Portland, Oregon, teachers set for strike authorization vote
PORTLAND, Oregon (Reuters) - Teachers in Portland, Oregon's largest school district, were due to vote Wednesday night on whether to authorize their union to call a strike that would disrupt classes for nearly 48,000 students in a labor dispute over staffing levels and wages.
Portland's 2,828 teachers have been engaged for months in contentious off-and-on negotiations with the district on a new three-year contract, and a strike authorization vote would clear the way for a walkout the week of February 17, if no settlement were reached.
State law requires teachers' unions to give a school district at least 10 days' notice before going on strike.
The district already is bracing for a possible walkout with plans to keep its 78 schools open using substitute teachers if the need arises.
Some parents, however, have expressed concern at the prospect of their children crossing picket lines to attend classes or extracurricular activities during a strike.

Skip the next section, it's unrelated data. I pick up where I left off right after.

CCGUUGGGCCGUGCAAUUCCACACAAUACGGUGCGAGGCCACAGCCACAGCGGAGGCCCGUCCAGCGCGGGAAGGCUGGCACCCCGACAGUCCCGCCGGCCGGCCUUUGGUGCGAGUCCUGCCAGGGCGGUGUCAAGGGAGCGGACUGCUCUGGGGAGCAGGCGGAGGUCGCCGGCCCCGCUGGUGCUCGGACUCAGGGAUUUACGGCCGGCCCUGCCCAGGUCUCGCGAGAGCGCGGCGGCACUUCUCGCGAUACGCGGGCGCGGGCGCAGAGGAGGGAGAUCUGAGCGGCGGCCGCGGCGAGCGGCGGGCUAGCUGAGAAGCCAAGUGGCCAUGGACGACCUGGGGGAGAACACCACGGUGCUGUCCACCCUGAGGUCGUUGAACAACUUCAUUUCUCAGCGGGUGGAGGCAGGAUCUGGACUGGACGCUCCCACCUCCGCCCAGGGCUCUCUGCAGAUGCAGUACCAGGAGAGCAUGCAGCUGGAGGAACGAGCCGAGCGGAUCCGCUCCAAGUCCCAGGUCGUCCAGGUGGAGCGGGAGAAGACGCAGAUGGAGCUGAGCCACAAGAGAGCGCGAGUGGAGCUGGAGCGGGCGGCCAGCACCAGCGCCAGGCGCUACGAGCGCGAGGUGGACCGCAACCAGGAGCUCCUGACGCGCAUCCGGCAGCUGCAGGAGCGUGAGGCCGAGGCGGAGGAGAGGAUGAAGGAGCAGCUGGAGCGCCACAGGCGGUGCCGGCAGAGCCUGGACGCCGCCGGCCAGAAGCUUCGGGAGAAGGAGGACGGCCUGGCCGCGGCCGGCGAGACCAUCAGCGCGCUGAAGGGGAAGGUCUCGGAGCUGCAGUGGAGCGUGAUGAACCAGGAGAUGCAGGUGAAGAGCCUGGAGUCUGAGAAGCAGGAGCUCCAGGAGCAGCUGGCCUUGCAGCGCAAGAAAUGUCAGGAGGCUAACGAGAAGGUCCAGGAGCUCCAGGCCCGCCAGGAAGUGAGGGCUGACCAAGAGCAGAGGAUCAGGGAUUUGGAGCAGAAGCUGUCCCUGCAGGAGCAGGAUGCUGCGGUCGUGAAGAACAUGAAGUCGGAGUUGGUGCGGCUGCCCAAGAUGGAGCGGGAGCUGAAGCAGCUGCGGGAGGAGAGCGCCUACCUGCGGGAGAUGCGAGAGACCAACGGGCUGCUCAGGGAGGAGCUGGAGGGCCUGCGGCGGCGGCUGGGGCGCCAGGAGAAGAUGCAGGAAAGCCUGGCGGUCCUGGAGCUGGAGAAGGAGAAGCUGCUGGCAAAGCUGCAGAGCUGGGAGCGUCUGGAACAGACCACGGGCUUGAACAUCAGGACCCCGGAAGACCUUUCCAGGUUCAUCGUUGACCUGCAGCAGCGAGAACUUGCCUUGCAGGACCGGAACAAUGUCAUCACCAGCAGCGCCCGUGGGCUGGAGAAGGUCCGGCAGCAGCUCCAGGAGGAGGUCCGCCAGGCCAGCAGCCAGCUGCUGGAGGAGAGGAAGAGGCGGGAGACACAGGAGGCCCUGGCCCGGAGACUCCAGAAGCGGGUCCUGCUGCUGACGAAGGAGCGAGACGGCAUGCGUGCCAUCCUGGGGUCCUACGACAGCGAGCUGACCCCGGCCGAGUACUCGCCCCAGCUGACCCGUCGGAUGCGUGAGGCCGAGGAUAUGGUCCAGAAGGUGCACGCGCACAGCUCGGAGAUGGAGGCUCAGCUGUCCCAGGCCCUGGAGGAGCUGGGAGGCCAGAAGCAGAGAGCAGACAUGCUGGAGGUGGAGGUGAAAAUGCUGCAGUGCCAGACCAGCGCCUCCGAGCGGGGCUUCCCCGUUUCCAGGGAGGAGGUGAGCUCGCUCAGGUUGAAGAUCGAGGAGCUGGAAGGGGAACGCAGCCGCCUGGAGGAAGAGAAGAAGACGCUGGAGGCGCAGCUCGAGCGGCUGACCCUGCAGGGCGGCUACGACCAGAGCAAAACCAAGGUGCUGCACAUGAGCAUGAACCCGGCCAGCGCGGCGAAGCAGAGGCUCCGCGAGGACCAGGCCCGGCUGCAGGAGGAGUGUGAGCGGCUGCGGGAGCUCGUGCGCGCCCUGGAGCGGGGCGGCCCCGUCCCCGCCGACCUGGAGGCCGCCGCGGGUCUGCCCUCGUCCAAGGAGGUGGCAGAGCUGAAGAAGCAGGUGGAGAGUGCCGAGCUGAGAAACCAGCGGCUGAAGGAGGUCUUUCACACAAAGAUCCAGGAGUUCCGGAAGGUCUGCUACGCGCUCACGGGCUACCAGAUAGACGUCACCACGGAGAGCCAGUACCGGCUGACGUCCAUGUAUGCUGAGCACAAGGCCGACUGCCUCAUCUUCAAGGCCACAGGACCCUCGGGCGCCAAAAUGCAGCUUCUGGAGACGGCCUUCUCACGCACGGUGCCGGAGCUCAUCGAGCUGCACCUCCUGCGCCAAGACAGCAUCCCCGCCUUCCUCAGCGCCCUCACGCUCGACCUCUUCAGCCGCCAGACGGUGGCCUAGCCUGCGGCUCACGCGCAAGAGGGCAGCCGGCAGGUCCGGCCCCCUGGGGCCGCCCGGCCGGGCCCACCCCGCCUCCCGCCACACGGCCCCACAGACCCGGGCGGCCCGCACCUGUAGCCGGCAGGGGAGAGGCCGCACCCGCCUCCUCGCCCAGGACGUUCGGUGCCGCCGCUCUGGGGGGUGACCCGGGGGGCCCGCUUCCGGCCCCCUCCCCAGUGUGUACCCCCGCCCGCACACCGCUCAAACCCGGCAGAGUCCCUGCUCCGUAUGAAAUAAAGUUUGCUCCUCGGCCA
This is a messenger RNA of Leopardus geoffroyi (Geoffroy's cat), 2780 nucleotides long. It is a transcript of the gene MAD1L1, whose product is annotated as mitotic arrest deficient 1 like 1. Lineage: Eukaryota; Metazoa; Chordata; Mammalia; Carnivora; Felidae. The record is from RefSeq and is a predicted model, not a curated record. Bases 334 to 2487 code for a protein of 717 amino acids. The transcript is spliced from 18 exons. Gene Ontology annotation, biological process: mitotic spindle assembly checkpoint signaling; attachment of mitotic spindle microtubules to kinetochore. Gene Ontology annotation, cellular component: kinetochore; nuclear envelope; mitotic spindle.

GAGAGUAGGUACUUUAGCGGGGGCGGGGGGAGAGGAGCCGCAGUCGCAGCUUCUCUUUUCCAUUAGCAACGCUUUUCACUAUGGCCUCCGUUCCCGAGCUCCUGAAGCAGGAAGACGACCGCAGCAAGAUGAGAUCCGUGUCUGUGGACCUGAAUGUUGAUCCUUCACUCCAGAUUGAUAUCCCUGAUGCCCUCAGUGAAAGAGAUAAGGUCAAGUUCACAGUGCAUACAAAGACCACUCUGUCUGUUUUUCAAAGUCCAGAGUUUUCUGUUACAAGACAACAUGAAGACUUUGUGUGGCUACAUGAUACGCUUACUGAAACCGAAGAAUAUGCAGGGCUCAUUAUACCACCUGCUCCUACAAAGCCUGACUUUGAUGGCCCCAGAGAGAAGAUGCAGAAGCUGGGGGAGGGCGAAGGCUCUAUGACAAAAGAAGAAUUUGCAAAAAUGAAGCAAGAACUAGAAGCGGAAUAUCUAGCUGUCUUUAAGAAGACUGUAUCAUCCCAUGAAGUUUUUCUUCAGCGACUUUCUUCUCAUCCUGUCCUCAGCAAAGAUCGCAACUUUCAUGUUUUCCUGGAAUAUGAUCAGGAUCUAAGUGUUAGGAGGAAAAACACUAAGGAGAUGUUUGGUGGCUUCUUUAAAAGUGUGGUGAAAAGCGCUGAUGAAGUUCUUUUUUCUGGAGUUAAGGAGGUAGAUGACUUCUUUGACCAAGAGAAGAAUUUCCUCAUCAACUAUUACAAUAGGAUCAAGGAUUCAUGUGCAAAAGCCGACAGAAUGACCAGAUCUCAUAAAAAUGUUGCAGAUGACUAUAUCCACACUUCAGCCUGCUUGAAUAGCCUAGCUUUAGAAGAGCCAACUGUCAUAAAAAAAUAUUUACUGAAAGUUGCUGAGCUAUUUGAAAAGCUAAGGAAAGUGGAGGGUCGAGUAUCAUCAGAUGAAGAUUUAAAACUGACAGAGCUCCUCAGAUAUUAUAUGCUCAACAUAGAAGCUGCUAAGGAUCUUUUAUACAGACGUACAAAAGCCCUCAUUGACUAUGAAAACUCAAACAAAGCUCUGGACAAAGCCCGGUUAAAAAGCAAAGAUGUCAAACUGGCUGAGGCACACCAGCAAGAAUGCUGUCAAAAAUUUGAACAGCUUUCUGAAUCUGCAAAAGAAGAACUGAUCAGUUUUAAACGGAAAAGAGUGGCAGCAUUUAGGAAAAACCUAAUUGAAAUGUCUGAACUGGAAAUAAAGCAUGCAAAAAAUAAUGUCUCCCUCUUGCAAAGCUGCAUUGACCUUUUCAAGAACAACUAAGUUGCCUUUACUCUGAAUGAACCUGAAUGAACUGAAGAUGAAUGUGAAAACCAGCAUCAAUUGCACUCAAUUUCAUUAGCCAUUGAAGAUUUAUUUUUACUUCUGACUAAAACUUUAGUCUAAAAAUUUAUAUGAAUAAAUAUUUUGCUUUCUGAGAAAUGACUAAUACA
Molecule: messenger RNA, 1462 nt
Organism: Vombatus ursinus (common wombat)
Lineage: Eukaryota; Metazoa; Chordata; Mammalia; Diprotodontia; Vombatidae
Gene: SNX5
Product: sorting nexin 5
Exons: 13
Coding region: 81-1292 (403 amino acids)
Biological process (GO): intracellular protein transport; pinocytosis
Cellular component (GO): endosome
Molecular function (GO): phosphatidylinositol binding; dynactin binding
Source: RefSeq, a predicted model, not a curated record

"I don't think we would send them to school with substitutes. We support the teachers," said Ali King, the mother of two daughters in the sixth and ninth grades. "Even with qualified subs, it will be a disruptive atmosphere."
The next round of talks for the two sides in the dispute is scheduled for Sunday, February 9.
"We can still negotiate after a strike vote," said Portland Public Schools spokeswoman Christine Miles. "We are still at the table. We are still trying to come to an agreement."
High school chemistry teacher Bill Wilson, head of the Portland Association of Teachers' bargaining team, declined to predict the outcome of Wednesday's vote, which was to start at 7 p.m. local time. But he said, "We have heard loud and clear from our members that we are unified."
Students at several Portland high schools were planning to stage their own rallies to show support for teachers before the vote on Wednesday.
The union and school district have been at odds over class size, teacher workloads, wages and insurance coverage, but the issue of staffing levels has emerged as the chief stumbling block.
Pointing to a budget surplus projected for the coming year, the union is demanding that the district hire 176 new teachers, while the district wants to add 88 instructional positions and save more of its extra funds as a rainy-day reserve.
Teachers are asking for raises of 3.75 percent in the first year and 3.52 percent in the second year of the new contract. The district is offering a 2 percent salary hike for each of the next two years.
(Reporting by Teresa Carson; Editing by Steve Gorman and Gunna Dickson)
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